Three years before Tokyo Drift was shown in cinemas around the world, a driver named Youichi Imamura claimed the prestigious D1 GP championship behind the wheel of an FD. That title would be the first of four for Imamura, marking him out as the most successful drifter in D1 GP history.
If you’re unfamiliar with D1 GP, it’s best described as the Japanese tournament which turned drifting into not only a professional sport, but also an internationally recognised ‘subculture’ within the modified car scene. It’s still going today (in fact, you can watch it on YouTube), but championships such as Formula Drift often get more attention.
Anyway, the point is that the Mazda RX-7’s reputation as a solid drift car isn’t just based around a work of fiction. Like the Nissan Silvia S15, the FD RX-7 was also front and centre when drifting began to boom in popularity.
Ruling The World
On top of the drifting antics, the Mazda RX-7 also happened to be pretty good at gripping its way around the world’s race circuits. Starting with the SA22, the Mk1 RX-7 did a lot of work to solidify the car’s international sporting reputation. Its accolades are numerous, however some stand out more than others.
Win Percy’s brace of British Touring Car Championship titles in 1980 & 1981 spring to mind, as does the car’s outright victory at the 1981 24 Hours of Spa. Tom Walkinshaw Racing prepared the cars on all instances, with Pierre Dieudonne and Walkinshaw himself taking the famous endurance win in Belgium. Not only were these feats impressive, but they also helped Mazda big-time from a PR perspective. By winning at such an elite level, the performances acted as testament to the reliability of the car’s unique rotary engine tech.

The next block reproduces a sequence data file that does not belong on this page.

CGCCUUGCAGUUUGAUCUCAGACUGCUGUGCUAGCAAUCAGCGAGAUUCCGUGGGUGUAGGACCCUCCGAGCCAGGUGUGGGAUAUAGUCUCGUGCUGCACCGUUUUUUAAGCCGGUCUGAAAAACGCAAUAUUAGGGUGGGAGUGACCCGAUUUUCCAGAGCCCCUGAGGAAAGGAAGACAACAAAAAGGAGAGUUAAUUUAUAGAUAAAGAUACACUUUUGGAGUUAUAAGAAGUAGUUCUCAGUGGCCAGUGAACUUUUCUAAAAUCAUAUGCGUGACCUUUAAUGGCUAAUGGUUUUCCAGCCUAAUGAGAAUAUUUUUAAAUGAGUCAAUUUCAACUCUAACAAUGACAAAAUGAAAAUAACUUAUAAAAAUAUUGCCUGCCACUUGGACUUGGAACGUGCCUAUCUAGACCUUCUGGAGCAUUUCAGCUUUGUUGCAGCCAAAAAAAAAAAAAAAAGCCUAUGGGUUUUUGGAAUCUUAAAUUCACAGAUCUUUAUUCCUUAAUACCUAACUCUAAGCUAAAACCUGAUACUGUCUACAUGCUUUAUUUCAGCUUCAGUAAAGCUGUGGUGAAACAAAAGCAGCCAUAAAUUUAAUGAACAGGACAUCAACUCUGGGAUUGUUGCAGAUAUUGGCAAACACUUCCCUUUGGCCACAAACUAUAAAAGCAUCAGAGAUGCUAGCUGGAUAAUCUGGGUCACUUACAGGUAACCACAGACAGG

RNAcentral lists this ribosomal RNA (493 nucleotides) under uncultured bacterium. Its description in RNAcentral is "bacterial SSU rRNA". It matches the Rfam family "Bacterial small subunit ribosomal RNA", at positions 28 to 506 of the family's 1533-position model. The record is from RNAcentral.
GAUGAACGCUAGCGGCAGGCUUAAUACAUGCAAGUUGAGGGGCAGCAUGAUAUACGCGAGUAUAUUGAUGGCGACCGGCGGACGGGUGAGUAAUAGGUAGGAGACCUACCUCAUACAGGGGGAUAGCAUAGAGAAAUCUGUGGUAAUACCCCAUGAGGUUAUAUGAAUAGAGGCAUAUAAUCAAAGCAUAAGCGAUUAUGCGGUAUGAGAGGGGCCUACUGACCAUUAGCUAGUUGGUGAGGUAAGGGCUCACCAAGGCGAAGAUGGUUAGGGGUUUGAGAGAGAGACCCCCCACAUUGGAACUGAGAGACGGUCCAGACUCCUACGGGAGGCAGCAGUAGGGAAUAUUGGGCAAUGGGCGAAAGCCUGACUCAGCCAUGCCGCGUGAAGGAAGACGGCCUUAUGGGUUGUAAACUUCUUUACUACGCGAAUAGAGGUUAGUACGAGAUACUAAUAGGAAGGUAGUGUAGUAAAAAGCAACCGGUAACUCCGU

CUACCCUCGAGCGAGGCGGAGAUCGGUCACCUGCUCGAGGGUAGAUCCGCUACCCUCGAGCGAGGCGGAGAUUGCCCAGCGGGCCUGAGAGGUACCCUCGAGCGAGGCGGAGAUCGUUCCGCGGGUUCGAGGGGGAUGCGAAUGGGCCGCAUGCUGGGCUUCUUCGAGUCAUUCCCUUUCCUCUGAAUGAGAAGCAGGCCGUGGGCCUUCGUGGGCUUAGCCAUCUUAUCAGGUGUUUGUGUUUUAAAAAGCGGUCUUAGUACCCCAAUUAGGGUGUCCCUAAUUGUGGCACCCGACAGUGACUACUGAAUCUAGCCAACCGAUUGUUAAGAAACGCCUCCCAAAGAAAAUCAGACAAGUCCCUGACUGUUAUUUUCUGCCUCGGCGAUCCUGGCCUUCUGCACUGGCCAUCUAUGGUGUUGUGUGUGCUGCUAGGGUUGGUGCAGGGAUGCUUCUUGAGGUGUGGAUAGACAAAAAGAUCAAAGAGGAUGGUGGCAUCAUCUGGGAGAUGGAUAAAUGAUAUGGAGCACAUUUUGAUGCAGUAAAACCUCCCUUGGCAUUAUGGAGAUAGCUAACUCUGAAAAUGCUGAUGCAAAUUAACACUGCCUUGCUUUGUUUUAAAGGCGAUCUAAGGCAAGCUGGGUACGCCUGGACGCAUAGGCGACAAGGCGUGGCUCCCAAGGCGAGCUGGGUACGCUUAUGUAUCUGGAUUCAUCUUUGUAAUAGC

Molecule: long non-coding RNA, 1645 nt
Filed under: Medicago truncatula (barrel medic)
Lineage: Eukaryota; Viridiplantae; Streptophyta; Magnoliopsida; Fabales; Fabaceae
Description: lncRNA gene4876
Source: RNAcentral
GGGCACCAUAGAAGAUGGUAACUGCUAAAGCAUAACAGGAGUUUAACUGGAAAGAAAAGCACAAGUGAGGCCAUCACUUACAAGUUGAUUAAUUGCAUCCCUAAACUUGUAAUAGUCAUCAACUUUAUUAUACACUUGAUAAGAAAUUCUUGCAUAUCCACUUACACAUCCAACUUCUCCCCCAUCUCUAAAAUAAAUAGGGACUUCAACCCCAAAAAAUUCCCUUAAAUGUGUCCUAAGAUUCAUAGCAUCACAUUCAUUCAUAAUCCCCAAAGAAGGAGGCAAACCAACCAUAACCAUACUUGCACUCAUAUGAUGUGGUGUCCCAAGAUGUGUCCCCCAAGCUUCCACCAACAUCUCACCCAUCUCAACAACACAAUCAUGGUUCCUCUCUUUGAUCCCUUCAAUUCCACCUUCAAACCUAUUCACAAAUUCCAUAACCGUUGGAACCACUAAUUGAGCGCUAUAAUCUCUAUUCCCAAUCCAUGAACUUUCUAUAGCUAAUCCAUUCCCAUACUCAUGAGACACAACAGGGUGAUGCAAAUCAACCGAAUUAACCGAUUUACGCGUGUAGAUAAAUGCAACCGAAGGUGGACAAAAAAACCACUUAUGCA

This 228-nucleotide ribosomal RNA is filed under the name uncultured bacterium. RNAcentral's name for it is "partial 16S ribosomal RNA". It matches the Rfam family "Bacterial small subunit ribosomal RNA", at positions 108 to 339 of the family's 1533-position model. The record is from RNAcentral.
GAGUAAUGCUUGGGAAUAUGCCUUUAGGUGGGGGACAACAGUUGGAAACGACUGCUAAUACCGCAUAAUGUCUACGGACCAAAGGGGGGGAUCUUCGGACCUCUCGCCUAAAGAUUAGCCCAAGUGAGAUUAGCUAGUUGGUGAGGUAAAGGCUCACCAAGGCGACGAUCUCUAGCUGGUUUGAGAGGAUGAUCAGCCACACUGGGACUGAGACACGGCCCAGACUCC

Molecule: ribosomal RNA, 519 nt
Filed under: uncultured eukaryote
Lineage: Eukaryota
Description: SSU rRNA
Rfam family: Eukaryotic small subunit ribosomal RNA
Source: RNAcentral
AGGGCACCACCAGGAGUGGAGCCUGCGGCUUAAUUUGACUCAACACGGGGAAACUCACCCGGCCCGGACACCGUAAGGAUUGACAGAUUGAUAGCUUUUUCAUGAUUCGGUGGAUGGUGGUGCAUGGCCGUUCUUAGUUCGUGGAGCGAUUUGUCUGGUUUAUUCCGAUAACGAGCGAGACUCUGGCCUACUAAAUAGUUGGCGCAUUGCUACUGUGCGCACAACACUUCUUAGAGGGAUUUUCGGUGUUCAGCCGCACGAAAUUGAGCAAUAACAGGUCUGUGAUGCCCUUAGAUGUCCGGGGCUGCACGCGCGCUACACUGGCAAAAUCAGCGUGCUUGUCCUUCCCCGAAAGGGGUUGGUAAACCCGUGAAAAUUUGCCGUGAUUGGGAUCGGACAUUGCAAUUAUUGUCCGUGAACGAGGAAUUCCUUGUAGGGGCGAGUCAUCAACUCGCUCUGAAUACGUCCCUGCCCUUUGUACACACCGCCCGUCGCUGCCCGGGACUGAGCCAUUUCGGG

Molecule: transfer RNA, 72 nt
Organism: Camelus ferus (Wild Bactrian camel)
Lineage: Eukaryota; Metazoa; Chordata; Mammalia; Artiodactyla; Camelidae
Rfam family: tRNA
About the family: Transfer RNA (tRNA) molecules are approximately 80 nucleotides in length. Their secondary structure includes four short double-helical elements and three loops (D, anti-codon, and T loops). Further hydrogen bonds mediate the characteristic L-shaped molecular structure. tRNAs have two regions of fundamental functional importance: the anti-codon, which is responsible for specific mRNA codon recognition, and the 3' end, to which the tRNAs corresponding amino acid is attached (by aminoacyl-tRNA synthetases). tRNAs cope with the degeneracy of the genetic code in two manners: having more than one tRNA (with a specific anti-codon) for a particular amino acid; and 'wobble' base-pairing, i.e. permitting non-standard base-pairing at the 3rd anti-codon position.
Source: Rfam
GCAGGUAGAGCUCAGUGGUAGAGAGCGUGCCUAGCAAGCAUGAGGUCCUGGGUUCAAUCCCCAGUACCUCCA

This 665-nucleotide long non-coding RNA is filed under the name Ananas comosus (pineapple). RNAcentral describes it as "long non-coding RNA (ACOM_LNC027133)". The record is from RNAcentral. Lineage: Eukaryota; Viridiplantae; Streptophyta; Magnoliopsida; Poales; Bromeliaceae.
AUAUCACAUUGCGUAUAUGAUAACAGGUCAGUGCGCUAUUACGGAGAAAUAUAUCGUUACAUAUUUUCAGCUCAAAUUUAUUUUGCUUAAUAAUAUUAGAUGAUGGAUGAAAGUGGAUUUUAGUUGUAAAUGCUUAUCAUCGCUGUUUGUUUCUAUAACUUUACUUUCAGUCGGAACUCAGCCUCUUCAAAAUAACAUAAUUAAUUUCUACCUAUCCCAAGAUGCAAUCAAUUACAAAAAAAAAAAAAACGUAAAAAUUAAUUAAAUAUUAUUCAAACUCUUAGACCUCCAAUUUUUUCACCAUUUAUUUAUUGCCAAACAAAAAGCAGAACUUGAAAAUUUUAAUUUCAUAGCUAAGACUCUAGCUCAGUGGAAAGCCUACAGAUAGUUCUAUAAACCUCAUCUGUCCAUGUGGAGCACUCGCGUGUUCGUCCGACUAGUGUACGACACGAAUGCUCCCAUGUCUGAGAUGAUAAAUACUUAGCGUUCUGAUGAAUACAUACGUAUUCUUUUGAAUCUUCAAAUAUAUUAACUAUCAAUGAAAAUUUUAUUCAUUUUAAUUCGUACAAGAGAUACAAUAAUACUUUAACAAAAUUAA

The victories didn’t stop with the SA22 either. The US-focused Mk2 FC appeared (albeit heavily modified) in America’s IMSA Sportscar Championship, where it won its class in every year that it competed. That whitewash even spawned a special edition of the FC road car, known as the GTUs.
Somewhat perplexingly, the RX-7’s factory-backed motorsport efforts were scaled back in the 1990s, despite the roadgoing version of the Mk3 FD being the sportiest Mazda RX-7 of them all. That didn’t stop tuning houses such as RE Amemiya using the car in domestic Japanese championships though. In fact, more on that next…
The Legend of RE Amemiya
If you’re a fan of Japanese car culture, you’ll probably have watched the legendary anime series, Initial D. In that show, the Mazda RX-7 plays a starring role alongside Takumi’s AE86 Trueno. What you might not know though is that, in its final form, Keisuke’s FD RX-7 is built almost entirely of RE Amemiya parts. A fitting choice, given the brand’s stature as the go-to rotary tuning house.
Founded in 1974 by Isami Amemiya, the company really began to stand out as the definitive Mazda tuner in the mid-nineties. In 1995, it entered a heavily modified FD into the Japanese Super GT Championship. RE Amemiya continued to fine-tune their race car for the next fifteen years, and even managed to win their class in 2006.
Away from the circuit success though, RE Amemiya continued to gain credence as a street tuner. Their products’ appearances in Initial D no doubt helped, as did their willingness to put their modifications to the test in a very public setting. Japanese TV show, Hot Version, has a long history of putting cars up against each other in touge events, and RE Amemiya was no stranger to such battles. All in all, they’ve taken the show’s ‘Touge Monster’ crown three times.
Although RE Amemiya still supports the Mazda RX-7 aftermarket like nobody else does, they’ve long since had to branch out into other Mazda models, given that the RX-7 bowed out of production twenty years ago.
Nevertheless, RE Amemiya and the Mazda RX-7 will forever be intertwined as true icons of the modified JDM scene.
The Most Important Fact Of Them All
Mazda RX-7 owners & enthusiasts really SHOULD know this already, but in case you don’t we’ll bring you up to speed now.
Rotary engines burn oil by design, and that means they require much more regular maintenance than piston engines. So, if there’s one thing that you take away from this article, let it be this: keep on top of your oil levels! Otherwise, you’ll be facing broken apex seals and all the financial pain that comes with it…
If that doesn’t put you off and you’d like to see which RX-7 could be right for you, check out our ultimate guide to every generation of the car!